And yet the TV Dinner preceded something darker still in family dynamics. Thanks to the TV Dinner (and its accessory, the TV tray), the household center of gravity moved from the dining room to the "family room" or den, or wherever the television was regally ensconced. Every member of the family could now sit simultaneously on the sofa, eat dinner and watch a program. In addition to encouraging sloth, the family TV meal discouraged interaction. Mealtime conversation ceased (or was slipped in during commercials), and a disastrous sort of quietude prevailed. At least this was better than what followed. Soon, a second TV set arrived in the house, and the "family dinner" carried on in two locations. You could easily imagine an anti-advertisement for the TV Dinner: "Honey, we never talk anymore . . . thanks to Swanson's!"
A Swanson salesman, Thomas thought he had a clever way to get rid of 520,000 pounds of unsold turkeys following the post-Thanksgiving lull of 1952. On one of his sales calls, Thomas noticed that his customer was shipping boxes of foil-wrapped aluminum trays to Pan American Airlines, which was experimenting with ways to serve hot meals to its passengers. On his flight home, Thomas designed his own three-segment version of the tray, and talked the Swanson brothers into setting up an assembly line (two dozen women armed with ice cream scoops) to plop turkey, stuffing, sweet potatoes and peas into 8,000 trays.
The next year, Swanson sold more than 10 million of them at 98 cents each.
Thomas, and Swanson, had unknowingly caught several converging waves. In 1953, more married women and married women with young children were employed outside the home than in any year in American history, including during World War II (part of a trend that has not abated since). Thus, the need for speed in the kitchen.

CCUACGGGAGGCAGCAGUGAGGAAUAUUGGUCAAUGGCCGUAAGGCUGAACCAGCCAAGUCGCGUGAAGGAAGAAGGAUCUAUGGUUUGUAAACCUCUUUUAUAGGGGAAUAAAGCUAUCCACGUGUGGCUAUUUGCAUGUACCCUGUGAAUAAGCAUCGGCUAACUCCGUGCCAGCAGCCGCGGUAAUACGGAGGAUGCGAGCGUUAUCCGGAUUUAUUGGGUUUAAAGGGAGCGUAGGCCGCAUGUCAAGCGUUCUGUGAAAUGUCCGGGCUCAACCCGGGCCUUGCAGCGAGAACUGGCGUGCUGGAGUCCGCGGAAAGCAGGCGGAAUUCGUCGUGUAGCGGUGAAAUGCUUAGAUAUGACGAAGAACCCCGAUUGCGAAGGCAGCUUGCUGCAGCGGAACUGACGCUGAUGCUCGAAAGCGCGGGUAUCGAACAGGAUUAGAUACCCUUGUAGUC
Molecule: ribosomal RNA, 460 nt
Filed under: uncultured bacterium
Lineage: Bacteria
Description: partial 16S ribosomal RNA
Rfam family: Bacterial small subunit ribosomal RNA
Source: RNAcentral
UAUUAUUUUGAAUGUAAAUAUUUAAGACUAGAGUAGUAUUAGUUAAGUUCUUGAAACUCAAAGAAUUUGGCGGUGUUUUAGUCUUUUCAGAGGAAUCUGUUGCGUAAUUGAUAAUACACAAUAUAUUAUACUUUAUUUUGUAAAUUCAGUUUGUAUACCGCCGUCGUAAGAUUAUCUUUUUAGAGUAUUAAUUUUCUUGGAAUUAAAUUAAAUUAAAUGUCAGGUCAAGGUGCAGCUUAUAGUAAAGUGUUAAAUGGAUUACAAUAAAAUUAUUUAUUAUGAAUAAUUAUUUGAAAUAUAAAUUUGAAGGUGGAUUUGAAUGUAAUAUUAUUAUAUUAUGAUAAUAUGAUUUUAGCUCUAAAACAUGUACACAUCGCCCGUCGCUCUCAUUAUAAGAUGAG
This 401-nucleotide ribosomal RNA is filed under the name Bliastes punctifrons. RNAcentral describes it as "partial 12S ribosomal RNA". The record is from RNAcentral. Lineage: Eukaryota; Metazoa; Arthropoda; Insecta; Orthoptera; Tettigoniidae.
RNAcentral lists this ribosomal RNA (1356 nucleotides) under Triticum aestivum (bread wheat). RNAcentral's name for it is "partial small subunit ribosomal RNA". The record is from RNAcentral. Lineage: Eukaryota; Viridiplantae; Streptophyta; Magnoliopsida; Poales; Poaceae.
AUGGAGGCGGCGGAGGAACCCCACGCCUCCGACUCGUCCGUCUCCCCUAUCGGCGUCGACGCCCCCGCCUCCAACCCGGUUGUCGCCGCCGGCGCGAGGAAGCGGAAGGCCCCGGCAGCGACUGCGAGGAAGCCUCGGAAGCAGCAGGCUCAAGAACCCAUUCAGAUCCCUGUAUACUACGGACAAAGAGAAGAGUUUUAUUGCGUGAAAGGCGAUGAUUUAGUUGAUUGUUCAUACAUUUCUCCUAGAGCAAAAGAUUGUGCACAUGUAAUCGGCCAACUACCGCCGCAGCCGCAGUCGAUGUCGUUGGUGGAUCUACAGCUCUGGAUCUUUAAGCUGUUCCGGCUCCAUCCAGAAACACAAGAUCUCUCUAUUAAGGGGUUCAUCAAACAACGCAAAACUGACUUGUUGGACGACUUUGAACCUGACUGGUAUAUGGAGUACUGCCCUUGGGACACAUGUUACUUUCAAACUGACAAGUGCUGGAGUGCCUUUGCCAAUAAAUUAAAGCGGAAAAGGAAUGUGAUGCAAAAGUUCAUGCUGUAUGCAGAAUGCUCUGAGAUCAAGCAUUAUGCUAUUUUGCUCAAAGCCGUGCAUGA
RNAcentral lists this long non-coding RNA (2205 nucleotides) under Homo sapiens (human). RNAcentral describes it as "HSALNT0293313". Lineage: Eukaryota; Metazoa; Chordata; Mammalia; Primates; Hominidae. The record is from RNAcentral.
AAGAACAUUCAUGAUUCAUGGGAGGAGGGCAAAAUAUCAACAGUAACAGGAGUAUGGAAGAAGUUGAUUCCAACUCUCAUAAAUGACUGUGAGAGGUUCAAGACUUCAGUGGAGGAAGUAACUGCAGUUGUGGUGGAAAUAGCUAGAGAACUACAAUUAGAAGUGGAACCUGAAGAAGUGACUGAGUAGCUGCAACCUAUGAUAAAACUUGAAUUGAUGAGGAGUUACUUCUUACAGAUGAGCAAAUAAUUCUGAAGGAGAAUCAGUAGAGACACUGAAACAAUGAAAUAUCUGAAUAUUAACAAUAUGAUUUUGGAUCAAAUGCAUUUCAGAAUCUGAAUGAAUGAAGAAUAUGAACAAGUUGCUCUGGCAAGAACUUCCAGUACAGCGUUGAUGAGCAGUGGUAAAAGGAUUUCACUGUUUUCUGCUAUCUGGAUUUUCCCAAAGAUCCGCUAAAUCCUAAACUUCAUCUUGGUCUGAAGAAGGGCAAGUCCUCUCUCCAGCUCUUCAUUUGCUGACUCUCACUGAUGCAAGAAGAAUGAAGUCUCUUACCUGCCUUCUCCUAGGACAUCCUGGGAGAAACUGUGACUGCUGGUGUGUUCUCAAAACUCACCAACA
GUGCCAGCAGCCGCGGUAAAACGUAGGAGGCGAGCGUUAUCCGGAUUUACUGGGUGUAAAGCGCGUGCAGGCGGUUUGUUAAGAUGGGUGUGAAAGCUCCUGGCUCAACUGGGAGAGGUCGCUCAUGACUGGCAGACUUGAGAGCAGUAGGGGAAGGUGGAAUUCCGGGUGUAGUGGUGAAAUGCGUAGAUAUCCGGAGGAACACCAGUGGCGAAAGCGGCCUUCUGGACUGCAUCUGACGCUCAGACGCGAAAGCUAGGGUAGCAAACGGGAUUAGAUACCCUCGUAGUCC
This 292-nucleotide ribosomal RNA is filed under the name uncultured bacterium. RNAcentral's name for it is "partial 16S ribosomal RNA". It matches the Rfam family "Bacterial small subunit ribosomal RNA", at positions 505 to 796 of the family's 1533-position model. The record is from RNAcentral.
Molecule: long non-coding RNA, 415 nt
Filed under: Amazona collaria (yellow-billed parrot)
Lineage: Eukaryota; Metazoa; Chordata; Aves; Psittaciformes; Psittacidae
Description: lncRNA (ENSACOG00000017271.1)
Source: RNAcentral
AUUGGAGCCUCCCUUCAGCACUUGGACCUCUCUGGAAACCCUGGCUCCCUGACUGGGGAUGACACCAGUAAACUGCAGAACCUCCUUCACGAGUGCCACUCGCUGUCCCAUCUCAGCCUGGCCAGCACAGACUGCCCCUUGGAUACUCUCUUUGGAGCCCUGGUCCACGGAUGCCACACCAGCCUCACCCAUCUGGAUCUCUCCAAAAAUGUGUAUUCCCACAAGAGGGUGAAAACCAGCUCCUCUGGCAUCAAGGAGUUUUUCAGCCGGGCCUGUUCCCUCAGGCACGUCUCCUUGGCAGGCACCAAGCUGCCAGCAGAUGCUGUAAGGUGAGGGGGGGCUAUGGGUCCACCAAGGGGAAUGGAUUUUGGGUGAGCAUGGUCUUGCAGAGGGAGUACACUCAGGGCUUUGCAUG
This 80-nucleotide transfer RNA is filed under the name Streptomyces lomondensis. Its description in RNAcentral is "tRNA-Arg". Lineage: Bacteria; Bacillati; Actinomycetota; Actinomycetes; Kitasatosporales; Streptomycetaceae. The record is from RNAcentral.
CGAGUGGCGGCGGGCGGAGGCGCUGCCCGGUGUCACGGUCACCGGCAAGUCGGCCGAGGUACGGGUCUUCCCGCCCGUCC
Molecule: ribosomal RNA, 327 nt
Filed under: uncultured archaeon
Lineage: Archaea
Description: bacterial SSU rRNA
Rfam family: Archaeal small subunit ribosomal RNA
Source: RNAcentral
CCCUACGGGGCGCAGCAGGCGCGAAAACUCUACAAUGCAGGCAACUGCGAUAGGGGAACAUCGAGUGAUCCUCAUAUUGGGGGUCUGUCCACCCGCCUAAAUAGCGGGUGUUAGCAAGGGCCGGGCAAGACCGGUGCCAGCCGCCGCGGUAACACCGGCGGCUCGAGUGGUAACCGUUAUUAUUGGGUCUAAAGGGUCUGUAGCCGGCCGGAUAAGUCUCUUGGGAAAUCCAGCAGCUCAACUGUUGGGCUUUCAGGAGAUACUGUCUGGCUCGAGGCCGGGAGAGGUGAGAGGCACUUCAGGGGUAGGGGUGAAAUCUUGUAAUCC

But the real breakthrough was the name Thomas bestowed on his brainchild. At the time, just 10 percent of households had TV sets, though it's probable that the other 90 percent wanted one. In 1998, upon being inducted into the Frozen Food Hall of Fame (if you go, check out the fabulous Flavorless Peas exhibit!), Thomas said one of his motivations was to link eating and TV. "Anything that was connected with TV was like anything connected today with . . . personal computers," he said. "That's cool. You're with it if you're into that. That's what TV was." Swanson cleverly designed the package to look like a TV screen.
One of the original aluminum trays that Thomas designed now belongs to the Smithsonian's National Museum of American History. But his most enduring legacy may be his original coinage. By 1962, TV was so pervasive, and the product so well established, that Swanson dropped the name TV Dinner altogether. It hoped to induce consumers to eat reheated meals any time of the day. And it did -- the frozen-foods aisle of the average supermarket is clogged with heat 'n' serve foods for breakfast, lunch and snack time.
Even now, these are known by the name Thomas gave them, "TV dinners." Someday, in that distant Jetsonian future, we may still be eating something called that, too.